Creating an IAM role
Selecting a use case for the IAM role
Assigning the pre-existing IAM policy to the IAM role
Saving the IAM role with a name and description

Step 2: Add IAM Role to RDS SQL Server Instance

The next step is to attach the IAM role to the RDS instance. This can be done from the "Connectivity and security" tab of the RDS instance's property. Under the "Manage IAM roles" section, we can select the role just created and then select "S3_INTEGRATION" from the "features" drop-down list:

Assigning an IAM role to an RDS instance

Once the change takes effect, the role has "Active" status:

An active IAM role for the RDS instance

Importing Data from S3

Importing the data from S3 into a database table involves two steps:

  • Download the S3 files to a local folder (D:\S3\) in RDS
  • Use the BULK INSERT command to import the local data files into the table

Step 1: Download S3 Files

Amazon RDS for SQL Server comes with several custom stored procedures and functions. These are located in the msdb database. The stored procedure to download files from S3 is "rds_download_from_s3". The syntax for this stored procedure is shown here:

exec msdb.dbo.rds_download_from_s3 
     @s3_arn_of_file='arn:aws:s3:::<bucket_name>/<file_name>', 
     @rds_file_path='D:\S3\<custom_folder_name>\<file_name>', 
     @overwrite_file=1;

The first parameter specifies the ARN of an S3 file.

The second parameter sets the destination path in the RDS instance. The root path is D:\S3\, but we can specify a custom folder name under it. The folder will be created if it doesn't already exist.

The third parameter is a flag. It indicates if an already downloaded source file will be deleted when the procedure runs again.

Please note that you cannot specify wildcards to copy multiple files. The function expects individual file names.

Instead of running this command multiple times, we are using a small script to automate the process:

declare @year_start smallint
declare @year_end smallint 
declare @filename_prefix varchar(50)
declare @filename varchar(50) 
declare @filename_suffix varchar(10)
declare @s3path_root varchar(200)
declare @s3path varchar(200) 
declare @local_path_root varchar(20)
declare @local_path varchar(300)
declare @sql nvarchar(1000) 
 
set @year_start=2010 
set @year_end=2019 
set @filename_prefix = 'LAPD_Calls_for_Service_'
set @filename_suffix = '.csv'
set @s3path_root = 'arn:aws:s3:::sqlserver-s3-integration/data/'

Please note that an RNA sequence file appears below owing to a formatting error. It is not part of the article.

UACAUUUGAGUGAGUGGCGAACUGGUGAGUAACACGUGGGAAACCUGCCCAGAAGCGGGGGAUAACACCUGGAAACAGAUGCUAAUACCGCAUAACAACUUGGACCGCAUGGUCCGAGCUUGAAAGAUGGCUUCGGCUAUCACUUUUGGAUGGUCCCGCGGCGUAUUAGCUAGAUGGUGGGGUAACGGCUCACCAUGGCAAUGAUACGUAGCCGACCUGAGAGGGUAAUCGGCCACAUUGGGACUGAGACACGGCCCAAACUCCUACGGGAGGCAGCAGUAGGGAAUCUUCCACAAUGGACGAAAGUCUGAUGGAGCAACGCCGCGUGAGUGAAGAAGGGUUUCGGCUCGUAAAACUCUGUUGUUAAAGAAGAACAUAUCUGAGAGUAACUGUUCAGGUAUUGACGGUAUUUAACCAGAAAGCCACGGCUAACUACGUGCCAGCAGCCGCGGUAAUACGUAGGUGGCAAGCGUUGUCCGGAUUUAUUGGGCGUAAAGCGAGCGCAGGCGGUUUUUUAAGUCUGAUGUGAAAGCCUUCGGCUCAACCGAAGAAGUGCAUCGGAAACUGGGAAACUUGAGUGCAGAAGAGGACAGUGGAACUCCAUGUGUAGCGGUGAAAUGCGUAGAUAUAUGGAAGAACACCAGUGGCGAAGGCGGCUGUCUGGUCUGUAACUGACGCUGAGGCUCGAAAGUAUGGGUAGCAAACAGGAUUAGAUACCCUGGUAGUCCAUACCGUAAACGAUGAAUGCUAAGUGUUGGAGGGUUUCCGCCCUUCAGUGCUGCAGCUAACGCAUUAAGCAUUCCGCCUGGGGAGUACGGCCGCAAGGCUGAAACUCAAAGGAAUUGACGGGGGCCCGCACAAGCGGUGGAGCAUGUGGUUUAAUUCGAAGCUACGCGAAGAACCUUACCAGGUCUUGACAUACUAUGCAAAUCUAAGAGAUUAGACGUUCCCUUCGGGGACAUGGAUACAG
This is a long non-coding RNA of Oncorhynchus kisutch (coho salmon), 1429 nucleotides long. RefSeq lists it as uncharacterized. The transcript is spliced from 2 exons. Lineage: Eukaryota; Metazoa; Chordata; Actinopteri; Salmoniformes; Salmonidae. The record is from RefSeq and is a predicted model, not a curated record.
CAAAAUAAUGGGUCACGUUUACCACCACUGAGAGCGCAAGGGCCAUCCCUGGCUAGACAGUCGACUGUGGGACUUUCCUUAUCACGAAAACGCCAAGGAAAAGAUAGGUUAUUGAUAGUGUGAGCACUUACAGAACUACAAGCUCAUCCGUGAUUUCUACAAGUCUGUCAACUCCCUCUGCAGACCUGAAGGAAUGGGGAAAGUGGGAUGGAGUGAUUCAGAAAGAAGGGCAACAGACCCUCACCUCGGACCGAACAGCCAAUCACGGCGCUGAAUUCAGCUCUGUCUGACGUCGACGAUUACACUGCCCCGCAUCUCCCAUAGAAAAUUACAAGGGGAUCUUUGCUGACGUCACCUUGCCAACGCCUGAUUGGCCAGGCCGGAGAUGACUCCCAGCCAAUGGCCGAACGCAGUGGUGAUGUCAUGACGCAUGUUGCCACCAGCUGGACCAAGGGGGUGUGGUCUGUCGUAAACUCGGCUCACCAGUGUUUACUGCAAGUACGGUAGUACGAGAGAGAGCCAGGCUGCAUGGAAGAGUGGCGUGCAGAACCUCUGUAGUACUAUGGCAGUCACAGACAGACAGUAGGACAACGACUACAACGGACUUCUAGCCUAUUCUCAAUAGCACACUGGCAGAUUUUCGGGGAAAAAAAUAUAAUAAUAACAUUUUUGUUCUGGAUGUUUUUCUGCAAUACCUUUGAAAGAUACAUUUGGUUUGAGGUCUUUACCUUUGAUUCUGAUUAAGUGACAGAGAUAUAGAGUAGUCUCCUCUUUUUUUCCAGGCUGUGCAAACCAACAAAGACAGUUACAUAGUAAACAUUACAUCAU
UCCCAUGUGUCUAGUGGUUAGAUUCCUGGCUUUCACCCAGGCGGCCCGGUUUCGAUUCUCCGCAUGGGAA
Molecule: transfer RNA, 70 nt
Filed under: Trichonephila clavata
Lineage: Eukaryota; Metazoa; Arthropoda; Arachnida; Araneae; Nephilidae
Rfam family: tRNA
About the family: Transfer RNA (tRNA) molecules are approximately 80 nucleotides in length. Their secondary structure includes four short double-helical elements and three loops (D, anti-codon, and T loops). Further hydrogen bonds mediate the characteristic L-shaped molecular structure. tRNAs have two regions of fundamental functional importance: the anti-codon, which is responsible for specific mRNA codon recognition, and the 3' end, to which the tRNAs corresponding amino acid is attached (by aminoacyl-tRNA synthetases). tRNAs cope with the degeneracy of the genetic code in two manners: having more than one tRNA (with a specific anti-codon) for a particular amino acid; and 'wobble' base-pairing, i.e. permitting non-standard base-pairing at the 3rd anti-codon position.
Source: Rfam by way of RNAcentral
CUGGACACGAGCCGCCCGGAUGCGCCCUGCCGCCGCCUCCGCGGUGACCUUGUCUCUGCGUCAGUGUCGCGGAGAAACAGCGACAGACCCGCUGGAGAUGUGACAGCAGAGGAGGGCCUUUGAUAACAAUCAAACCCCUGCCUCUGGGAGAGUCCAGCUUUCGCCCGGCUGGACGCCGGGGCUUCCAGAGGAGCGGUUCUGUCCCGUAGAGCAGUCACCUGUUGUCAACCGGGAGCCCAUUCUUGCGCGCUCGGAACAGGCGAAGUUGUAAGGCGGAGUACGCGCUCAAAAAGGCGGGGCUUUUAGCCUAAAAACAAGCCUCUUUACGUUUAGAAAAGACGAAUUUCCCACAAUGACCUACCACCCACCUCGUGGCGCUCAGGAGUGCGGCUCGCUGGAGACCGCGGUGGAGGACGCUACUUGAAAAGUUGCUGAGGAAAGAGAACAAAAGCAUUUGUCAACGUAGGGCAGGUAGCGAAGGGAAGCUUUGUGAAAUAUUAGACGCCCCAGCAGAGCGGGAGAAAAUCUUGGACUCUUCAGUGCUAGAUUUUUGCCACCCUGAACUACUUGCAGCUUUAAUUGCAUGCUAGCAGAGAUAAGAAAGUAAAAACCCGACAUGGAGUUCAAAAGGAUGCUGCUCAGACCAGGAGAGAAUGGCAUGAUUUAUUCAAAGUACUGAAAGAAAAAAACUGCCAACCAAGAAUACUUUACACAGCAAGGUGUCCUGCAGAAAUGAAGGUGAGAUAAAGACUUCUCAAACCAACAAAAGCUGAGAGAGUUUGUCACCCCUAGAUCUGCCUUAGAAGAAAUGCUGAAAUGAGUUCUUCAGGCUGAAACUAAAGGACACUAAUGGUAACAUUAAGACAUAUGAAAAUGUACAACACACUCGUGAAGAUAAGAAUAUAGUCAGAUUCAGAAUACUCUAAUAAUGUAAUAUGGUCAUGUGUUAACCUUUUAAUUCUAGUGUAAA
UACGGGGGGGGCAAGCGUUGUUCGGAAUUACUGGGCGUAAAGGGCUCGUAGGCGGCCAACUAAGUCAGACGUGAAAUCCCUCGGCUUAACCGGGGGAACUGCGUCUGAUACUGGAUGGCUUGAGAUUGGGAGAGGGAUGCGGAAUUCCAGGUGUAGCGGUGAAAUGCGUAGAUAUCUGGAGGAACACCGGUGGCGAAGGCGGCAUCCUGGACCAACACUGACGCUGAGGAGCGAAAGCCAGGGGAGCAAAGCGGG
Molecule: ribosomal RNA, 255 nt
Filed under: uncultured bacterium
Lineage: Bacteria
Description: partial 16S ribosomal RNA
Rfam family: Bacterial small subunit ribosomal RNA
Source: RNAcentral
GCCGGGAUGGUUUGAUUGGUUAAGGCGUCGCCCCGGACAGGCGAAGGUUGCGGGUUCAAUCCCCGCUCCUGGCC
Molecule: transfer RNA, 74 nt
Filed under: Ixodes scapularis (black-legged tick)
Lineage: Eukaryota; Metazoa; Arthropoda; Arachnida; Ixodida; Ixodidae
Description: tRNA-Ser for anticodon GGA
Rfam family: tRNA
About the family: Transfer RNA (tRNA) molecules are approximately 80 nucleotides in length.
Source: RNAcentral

set @local_path_root = 'D:\S3\source_data\'
 
-- Loop through the file names and dynamically build a query to import the files
while (@year_start <= @year_end)
 begin  
  set @filename = @filename_prefix + convert(varchar(4), @year_start) + @filename_suffix 
  set @s3path = @s3path_root + @filename
  set @sql = 'exec msdb.dbo.rds_download_from_s3 '
  set @sql = @sql + '@s3_arn_of_file=' +  '''' + @s3path + ''', '
  set @sql = @sql +  '@rds_file_path=' + '''' + @local_path_root + @filename + ''', '
  set @sql = @sql + '@overwrite_file=1;'
  exec(@sql) 
  set @year_start =  @year_start +1
 end

This script loops through the numbers 2010 and 2019, and dynamically builds each source filename within each loop. As we saw before, the source files have a common naming pattern, which makes this process easy. A dynamic SQL command is then generated with the file name to call the rds_download_from_s3 stored procedure. Note how we are using a custom folder ("source_data") to save our files.

With each iteration, a download task is added to a queue for the RDS instance. RDS for SQL Server processes the tasks in this queue sequentially. At any time, there can be two tasks running simultaneously.

Once the script finishes running, we can run another stored procedure to list the files copied to the local folder. This stored procedure is called "rds_gather_file_details". Running the stored procedure also adds a task at the end of the queue:

exec msdb.dbo.rds_gather_file_details;

We can check the status of all the queued tasks by running the "rds_fn_task_status" function:

SELECT * FROM msdb.dbo.rds_fn_task_status(NULL,0);

The first parameter value is always NULL. The second parameter is the task ID. In this case, we want to know the status of all tasks, so we specify 0.

The image below shows the various task status. Note how some download tasks have succeeded, one is in progress, and some are yet to run. Also, the last task ("LIST_FILES_ON_DISK") was added when we ran the "rds_gather_file_details" stored procedure. This task has an ID of 15.

Checking the S3 download tasks

When all files are successfully downloaded, and the "LIST_FILES_ON_DISK" task is also completed, we can run another function to see the list of locally downloaded files:

SELECT * FROM msdb.dbo.rds_fn_list_file_details(15);

The "rds_fn_list_file_details" function's parameter value is the task ID of the "LIST_FILES_ON_DISK" task. In this case, it was 15. The image below shows the result:

List of locally downloaded files.

Step 2: BULK INSERT the Data

We can run a series of BULK INSERT commands to load the data into the table we created. The code snippet below shows the load process:

declare @year_start smallint